How I Made A Pattern To Copy And Sew A Velvet Shirt
This is one of my favorite shirts. When I saw one for sale in silver, I knew I wanted one! And I thought I could make it myself.
I saved brown packing paper from boxes I received in the mail. It was perfect for making a pattern! First, I smoothed out the shirt fabric to trace.
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I used a black marker to trace around the back of the shirt, making it a little bigger to allow for a seam.
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Then I cut it out.
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I labeled it "Shirt Back." Then I laid out the shirt with the pattern on top to see if it matched.
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I folded the pattern in half and trimmed it so both sides would be symmetrical.
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I marked and cut notches to mark the neck opening, and drew the seam allowance just for fun.
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I used the same method to cut the Shirt Front.
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Be sure to draw past the shoulders to allow for the seam. Did you notice that the shirt is inside out on purpose, to better trace the pieces?
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Since it needs to be symmetrical, fold it in half.
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I decided to just tear my pattern in half and cut it on a fold just like a regular pattern would do. It is easier than cutting the entire shirt flat.
Lastly, I traced a sleeve on a folded paper. I could have traced the shirt front and back this way.
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Cutting the shirt sleeve on a fold in the paper made it a lot easier than trying to figure out the sleeve shape unfolded!!
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Measure the folded fabric to make sure it is folded evenly.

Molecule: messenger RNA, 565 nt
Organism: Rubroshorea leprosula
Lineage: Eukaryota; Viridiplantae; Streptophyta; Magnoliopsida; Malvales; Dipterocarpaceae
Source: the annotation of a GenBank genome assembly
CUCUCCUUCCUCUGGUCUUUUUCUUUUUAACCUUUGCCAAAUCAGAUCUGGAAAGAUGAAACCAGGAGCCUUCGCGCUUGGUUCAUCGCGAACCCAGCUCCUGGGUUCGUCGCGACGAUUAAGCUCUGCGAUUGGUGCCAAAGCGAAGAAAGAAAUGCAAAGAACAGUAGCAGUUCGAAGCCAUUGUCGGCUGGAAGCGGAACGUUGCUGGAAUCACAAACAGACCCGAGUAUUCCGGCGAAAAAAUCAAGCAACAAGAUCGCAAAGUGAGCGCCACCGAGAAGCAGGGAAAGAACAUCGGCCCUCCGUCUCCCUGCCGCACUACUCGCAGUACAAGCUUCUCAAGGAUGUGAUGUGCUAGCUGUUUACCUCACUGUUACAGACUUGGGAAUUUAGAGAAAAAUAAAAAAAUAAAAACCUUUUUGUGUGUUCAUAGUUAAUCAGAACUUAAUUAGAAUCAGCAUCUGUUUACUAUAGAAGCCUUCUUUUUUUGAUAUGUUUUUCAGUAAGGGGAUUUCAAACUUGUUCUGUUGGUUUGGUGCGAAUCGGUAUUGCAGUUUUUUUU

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Pin the pattern to the folded fabric.
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Make sure your velvet runs soft when you rub your hand on it, the same direction for all your pieces. (Notice these are my fabric scissors!)
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Pin the Shirt Back on a fold.
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Then cut it out.
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Pin the sleeve piece on two layers of fabric.
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This is a great beginner sewing project. It doesn't get much easier than 4 pieces to make a shirt with sleeves!
1. Copy Shirt onto paper. 2. Cut new fabric from pattern. 3. Sew shirt.
Pin the side and shoulder seams.
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Pin the shoulder seam.
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Pin the other shoulder seam.
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Begin by sewing the side seams.
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Finish the side seam.
Sew the shoulder seams next.
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Finish the second shoulder seam. At this point I tried it on. It fit great! It's easier to make cutting/sewing adjustments now, before adding sleeves.
Fold the sleeve piece and sew its short seam.
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Then hem each sleeve.
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With velvet, it's better to go darker rather than lighter with the thread color.
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More sleeve hemming...
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This is the hardest part (besides hemming the neck).... attaching the sleeve to the body.
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Pin the seams together, then find the center top of the sleeve to pin to the shoulder seam. Clip the curves a little to help it fit.
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The first sleeve turned out so well!
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I decided to hem the neck by doing a rolled hem but in two steps. Fold over once, sew all around. Fold over again, sew all around again.
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The neckline is the most vulnerable area. If you make any sewing mistakes, they will be seen unless you wear a scarf!
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The first time around.
The second time around the neck.
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Finishing the neckline.
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Lastly, sew a wide rolled hem around the bottom.
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I wish I could sew as fast in real life, as these sped up videos make it seem!
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Ok, now to try it on!
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From the side....
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From the front.
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On the hanger.
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